Bladderwrack: The Ocean’s Greatest Source of Iodine

BladderwrackBladderwrack, also called rockweed, black tang, red fucus, and various other names, is an edible brown seaweed that grows along the coasts of the Atlantic and Pacific oceans and the North and Baltic seas. Like many other seaweeds such as kelp, nori, and kombu, bladderwrack is beloved – especially in East Asia – for its medicinal properties. Indeed, it was the original source of iodine in Europe, and was used in the early nineteenth century to treat goiter, a swelling of the thyroid gland caused by an iodine deficiency.

List of Health Benefits

Rich in iodine – Since bladderwrack was Europe’s original source of iodine, it makes sense to start by pointing out this seaweed’s incredible iodine content. Indeed, 50 grams of bladderwrack contain more than 100 percent of our recommended daily intake of this essential, thyroid-regulating mineral – more than any other seaweed. Moreover, the organic iodine present in bladderwrack is more easily absorbed than the inorganic form found in iodized salt and other iodine-enriched products.

Protection from radioactive iodine – Bladderwrack is able to protect the thyroid from absorbing cancer-causing radioactive iodine in the event of a nuclear disaster, such as the one that befell Fukushima in 2011. This is because the organic iodine found in the seaweed binds with, and fills, the thyroid gland’s receptors, thereby preventing radioactive iodine from doing the same. This should be viewed as a short-term solution, however, since excessive iodine consumption can lead to thyroid dysfunction.

High in fiber – All sea vegetables are great sources of soluble fiber, and bladderwrack is not an exception. Comprised of between 20 and 40 percent fiber (mostly in the form of alginic acid, mucilage, and fucoidan), bladderwrack is a great choice for people suffering from constipation, as well as a good weight loss food since its high fiber content (which helps you feel fuller for longer) is coupled with no fat and few calories. Moreover, soluble fiber also coats the digestive tract and protects it from damage by refluxed stomach acid. For this reason, bladderwrack extracts are often found in health supplements for heartburn treatment (heartburn being a symptom of acid reflux or GERD).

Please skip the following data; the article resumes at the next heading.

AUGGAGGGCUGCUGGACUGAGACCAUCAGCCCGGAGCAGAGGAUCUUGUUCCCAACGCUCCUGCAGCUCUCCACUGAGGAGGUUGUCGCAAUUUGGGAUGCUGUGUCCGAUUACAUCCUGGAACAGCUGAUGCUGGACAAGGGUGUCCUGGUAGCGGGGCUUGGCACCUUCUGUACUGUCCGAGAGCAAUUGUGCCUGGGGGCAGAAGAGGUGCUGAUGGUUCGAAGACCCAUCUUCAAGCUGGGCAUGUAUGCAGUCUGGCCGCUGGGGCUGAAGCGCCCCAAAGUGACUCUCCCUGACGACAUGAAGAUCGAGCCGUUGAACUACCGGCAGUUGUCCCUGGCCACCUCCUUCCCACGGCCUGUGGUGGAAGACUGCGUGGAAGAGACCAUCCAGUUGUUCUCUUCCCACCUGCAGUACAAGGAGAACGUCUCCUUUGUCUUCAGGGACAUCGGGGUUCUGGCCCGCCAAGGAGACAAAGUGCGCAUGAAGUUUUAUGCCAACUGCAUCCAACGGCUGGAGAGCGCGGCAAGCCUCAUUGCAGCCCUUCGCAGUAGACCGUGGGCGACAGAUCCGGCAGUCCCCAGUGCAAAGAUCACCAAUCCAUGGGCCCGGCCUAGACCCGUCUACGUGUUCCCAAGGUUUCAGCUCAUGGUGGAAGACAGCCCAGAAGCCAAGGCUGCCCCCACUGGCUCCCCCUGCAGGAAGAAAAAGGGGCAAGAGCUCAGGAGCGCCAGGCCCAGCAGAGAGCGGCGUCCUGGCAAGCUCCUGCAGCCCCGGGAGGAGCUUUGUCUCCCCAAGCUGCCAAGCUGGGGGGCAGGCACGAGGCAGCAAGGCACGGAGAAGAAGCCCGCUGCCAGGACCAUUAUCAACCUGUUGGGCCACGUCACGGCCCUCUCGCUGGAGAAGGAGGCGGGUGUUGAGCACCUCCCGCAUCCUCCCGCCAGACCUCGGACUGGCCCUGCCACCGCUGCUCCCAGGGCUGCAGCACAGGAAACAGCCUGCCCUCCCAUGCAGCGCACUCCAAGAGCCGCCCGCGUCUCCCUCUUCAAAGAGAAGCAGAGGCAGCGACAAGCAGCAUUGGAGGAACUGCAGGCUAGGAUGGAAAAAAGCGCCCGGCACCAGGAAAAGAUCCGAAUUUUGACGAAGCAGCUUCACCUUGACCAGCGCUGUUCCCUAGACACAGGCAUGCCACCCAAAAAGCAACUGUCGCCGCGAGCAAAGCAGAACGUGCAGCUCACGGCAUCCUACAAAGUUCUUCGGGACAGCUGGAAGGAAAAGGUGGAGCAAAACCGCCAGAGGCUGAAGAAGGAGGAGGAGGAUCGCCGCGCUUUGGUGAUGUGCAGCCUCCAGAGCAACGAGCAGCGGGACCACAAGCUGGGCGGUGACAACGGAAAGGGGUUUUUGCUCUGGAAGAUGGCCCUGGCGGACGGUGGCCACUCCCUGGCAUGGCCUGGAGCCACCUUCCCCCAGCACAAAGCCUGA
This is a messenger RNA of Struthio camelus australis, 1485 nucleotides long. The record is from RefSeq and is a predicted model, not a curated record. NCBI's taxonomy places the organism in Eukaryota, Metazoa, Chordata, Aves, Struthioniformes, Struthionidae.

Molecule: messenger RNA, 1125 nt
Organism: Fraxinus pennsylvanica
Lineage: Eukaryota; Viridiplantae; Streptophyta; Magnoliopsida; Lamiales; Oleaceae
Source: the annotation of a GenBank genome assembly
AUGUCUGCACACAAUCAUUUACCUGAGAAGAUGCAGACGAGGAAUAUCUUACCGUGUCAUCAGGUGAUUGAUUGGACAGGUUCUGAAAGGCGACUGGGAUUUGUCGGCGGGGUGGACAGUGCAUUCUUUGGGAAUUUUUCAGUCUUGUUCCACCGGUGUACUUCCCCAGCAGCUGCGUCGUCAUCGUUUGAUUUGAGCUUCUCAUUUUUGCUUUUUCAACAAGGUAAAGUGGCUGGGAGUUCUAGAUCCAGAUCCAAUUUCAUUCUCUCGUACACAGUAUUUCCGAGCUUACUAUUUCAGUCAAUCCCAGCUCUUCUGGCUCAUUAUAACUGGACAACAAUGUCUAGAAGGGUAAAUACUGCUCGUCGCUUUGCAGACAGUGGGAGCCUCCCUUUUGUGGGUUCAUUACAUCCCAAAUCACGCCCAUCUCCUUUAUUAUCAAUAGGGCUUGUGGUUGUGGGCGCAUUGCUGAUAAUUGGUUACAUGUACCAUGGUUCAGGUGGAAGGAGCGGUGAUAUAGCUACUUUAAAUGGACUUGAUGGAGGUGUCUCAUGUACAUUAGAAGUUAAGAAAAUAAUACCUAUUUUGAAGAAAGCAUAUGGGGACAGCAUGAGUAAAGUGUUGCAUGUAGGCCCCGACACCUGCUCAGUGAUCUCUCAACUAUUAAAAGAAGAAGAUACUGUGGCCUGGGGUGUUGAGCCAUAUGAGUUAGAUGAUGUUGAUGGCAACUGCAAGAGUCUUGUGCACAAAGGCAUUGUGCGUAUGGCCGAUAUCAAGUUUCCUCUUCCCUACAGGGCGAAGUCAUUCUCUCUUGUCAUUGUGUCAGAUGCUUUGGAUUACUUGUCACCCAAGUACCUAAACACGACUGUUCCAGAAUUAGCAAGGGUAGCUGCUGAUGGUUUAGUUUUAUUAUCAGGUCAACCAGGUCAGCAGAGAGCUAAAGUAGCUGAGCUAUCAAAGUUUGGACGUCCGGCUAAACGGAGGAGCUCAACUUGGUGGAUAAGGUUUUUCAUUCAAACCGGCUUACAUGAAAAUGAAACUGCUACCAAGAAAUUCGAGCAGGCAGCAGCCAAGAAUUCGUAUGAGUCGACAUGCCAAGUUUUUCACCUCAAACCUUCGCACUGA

Zeaxanthin – One of the most interesting names in bladderwrack’s extensive list of trace minerals is zeaxanthin. Zeaxanthin is what gives the macula of our eyes its yellow color, and this natural carotenoid – also found in leafy green vegetables, fruits, and egg yolks – helps to guard the eye from oxidative and light-induced harm. A lack of zeaxathin (along with its fellow eye-based antioxidant, lutein) can lead to macular degeneration, so it’s important to regularly eat foods that contain it.

Fucoidan – Bladderwrack contains impressive levels of fucoidan, a sulfated polysaccharide that exists in the cell walls of most brown algae. According to a May 2003 study by researchers Maruyama, Tamauchi, Hashimoto, and Nakano, fucoidan has the ability to inhibit tumor growth. Another study has shown that fucoidan possesses anti-viral properties. These benefits, coupled with the fact that fucoidan regulates the production of AP-I (which, in turn, regulates cell proliferation), makes bladderwrack and other fucoidan-rich foods highly effective at combating cancer.

Aside from the nutrients mentioned above, bladderwrack also contains varying levels of calcium and magnesium (needed for superior bone health), protein (needed for cell growth and repair), and numerous trace minerals such as potassium, zinc, selenium, iron, chlorophyll, phosphorous, bromine, and the much-needed antioxidant vitamin C.

 

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